Spring Cleaning: Natural Cleaning Solutions for the Bathroom

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Product usage ideas from the field - Coffee table book

Cleaning the bathroom is not an experience people look forward to very often. Being stuck in a small closed space with harsh chemicals not only makes it hard to breathe, but can also be hazardous to your health.

The next time you clean your bathroom, why not try mixing up an effective cleaner with many ingredients you already have at home. It still might not be your favorite household chore, but you will at least have a clean bathroom, clear lungs, and non-toxic cleaning products to make the job a little easier to handle.

Soft Scrub for Bath, Tile, and Toilet

Make in small batches and store in an airtight container. This is enough for two to four applications. This soft scrub is excellent for getting rid of soap scum, removing stains, and brightening your tile and toilet. To use, just apply and let it sit for 5-10 minutes and then scrub. Once done scrubbing, take a wet cloth and wipe clean.

What you Need:

3/4 rounded cup baking soda
1/4 cup liquid castile soap
1 tablespoon water
1 tablespoon vinegar
5-10 drops dōTERRA Lemon essential oil

Editor’s note: Liquid castile soap is a vegetable-based soap commonly found in health food stores. Dr. Bronner’s is a popular one. Look for unscented. This scrub is also great to use to help clean your kitchen sink, refrigerator, or tile floors.


1. In a bowl, combine the baking soda and castile soap.

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2. Add the water and stir.

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3. Add the vinegar and essential oil. The consistency should be a soft paste.

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4. Store in an airtight container.

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Toilet Bowl Cleaner

Tip: for serious stains or rust, empty water out of bowl and scrub with a pumice stone. When wet, the stone will not scratch the porcelain.

What You Need:

1/2 cup baking soda

10 drops dōTERRA Melaleuca essential oil

1/4 cup vinegar


Add ingredients directly to a partially drained bowl. As it reacts, scrub the toilet. This combination is intended for one use at a time.

dōTERRA essential oils can be purchased online, or from any of our Wellness Advocates. If you would like to locate a Wellness Advocate in your area, click here.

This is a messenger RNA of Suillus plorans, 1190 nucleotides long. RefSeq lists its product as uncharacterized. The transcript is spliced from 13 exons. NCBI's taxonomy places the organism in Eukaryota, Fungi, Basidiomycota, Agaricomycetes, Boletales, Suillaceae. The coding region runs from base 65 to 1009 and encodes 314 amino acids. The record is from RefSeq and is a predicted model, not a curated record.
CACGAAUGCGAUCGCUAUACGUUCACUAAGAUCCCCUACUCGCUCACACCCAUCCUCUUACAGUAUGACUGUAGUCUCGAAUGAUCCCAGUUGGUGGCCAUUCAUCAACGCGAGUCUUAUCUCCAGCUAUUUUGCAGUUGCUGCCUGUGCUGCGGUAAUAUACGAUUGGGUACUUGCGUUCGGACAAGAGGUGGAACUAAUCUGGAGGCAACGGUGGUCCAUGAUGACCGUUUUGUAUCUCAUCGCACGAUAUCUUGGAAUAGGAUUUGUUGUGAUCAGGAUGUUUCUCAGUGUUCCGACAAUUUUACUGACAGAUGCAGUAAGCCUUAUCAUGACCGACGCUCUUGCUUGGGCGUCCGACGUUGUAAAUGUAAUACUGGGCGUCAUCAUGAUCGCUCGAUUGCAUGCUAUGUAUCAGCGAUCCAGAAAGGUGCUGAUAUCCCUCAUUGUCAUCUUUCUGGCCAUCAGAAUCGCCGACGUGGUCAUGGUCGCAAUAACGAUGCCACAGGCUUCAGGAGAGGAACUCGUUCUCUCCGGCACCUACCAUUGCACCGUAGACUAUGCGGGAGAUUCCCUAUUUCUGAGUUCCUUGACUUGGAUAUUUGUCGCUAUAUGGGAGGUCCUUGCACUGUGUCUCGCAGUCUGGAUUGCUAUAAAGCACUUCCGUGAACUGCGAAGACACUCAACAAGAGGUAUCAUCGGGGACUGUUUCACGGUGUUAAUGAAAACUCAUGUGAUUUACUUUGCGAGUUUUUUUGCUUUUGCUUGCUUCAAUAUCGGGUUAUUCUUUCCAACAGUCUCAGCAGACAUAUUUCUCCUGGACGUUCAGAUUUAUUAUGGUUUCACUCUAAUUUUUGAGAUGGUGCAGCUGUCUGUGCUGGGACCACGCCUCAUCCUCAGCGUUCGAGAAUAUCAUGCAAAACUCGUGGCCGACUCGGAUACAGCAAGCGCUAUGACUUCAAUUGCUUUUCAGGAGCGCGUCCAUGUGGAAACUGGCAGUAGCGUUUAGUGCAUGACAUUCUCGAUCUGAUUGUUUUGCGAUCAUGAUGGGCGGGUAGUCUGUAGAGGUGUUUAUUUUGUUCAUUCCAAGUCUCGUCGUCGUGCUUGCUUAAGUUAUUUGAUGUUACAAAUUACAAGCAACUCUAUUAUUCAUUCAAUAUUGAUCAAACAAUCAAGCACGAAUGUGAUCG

*These statements have not been approved by the Food and Drug Administration. dōTERRA products are not intended to diagnose, treat, cure or prevent disease. Pregnant or lactating women and persons with known medical conditions should consult a physician prior to the use of any dōTERRA product.

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  1. Perfect timing! I’m teaching a class on this topic this afternoon. Love my non-toxic cleaners!!!

  2. I replaced the castile soap with OnGuard Cleaner Concentrate. It smells wonderful, saves money and works great. Win! Win! Win!

  3. How about dishwasher detergent?? I made a recipe for it and am not happy about a filmy residue left when done. (I did use lemon oil with the lemon juice in the recipe, very simple: borax, epsomesalts, lemon juice and washing soda.) Thanks!

  4. Does anyone know how to use essential oils to remove ink stains from fabric? Thanks!

  5. What about using Onguard Cleaner concentrate instead of Castile soap? I’ve found it extremely effective in even cleaning my stove and baked on oil.

  6. I have realized that the ceiling in our shower has some mold spots (probably from before we moved in!) and I was wondering what the best way to clean them or at least kill them would be. I will probably have to put something on a mop or other long stick to be able to reach it.

  7. why is it important to make this in small batches? Why would large batches be a problem?? Also also does this require glass container or is the mix deluted enough to use a plastic container?

  8. You could easily make this into larger batches if you wanted to. You would just have to mix the ingredients together before you use it as they can separate after a couple days.

  9. I notice some of your recipes include castile soap and vinegar. Lisa Bronner (Dr. Bronner’s daughter. Yes, THAT Dr. Bronner) put out a blog post awhile back talking about the chemistry of not using vinegar and castile soap in the same recipe. They react and pretty much both become less effective than they were before.

  10. You shouldn’t mix vinegar and castile soap directly because one is an acid and the other is a base. (Can anyone say, “high school chemistry?!”) You get the properties of both working fully effectively if you make the mixture without the vinegar, clean with it, and then follow it up with vinegar as a rinsing agent afterwards. – http://lisa.drbronner.com/?p=292

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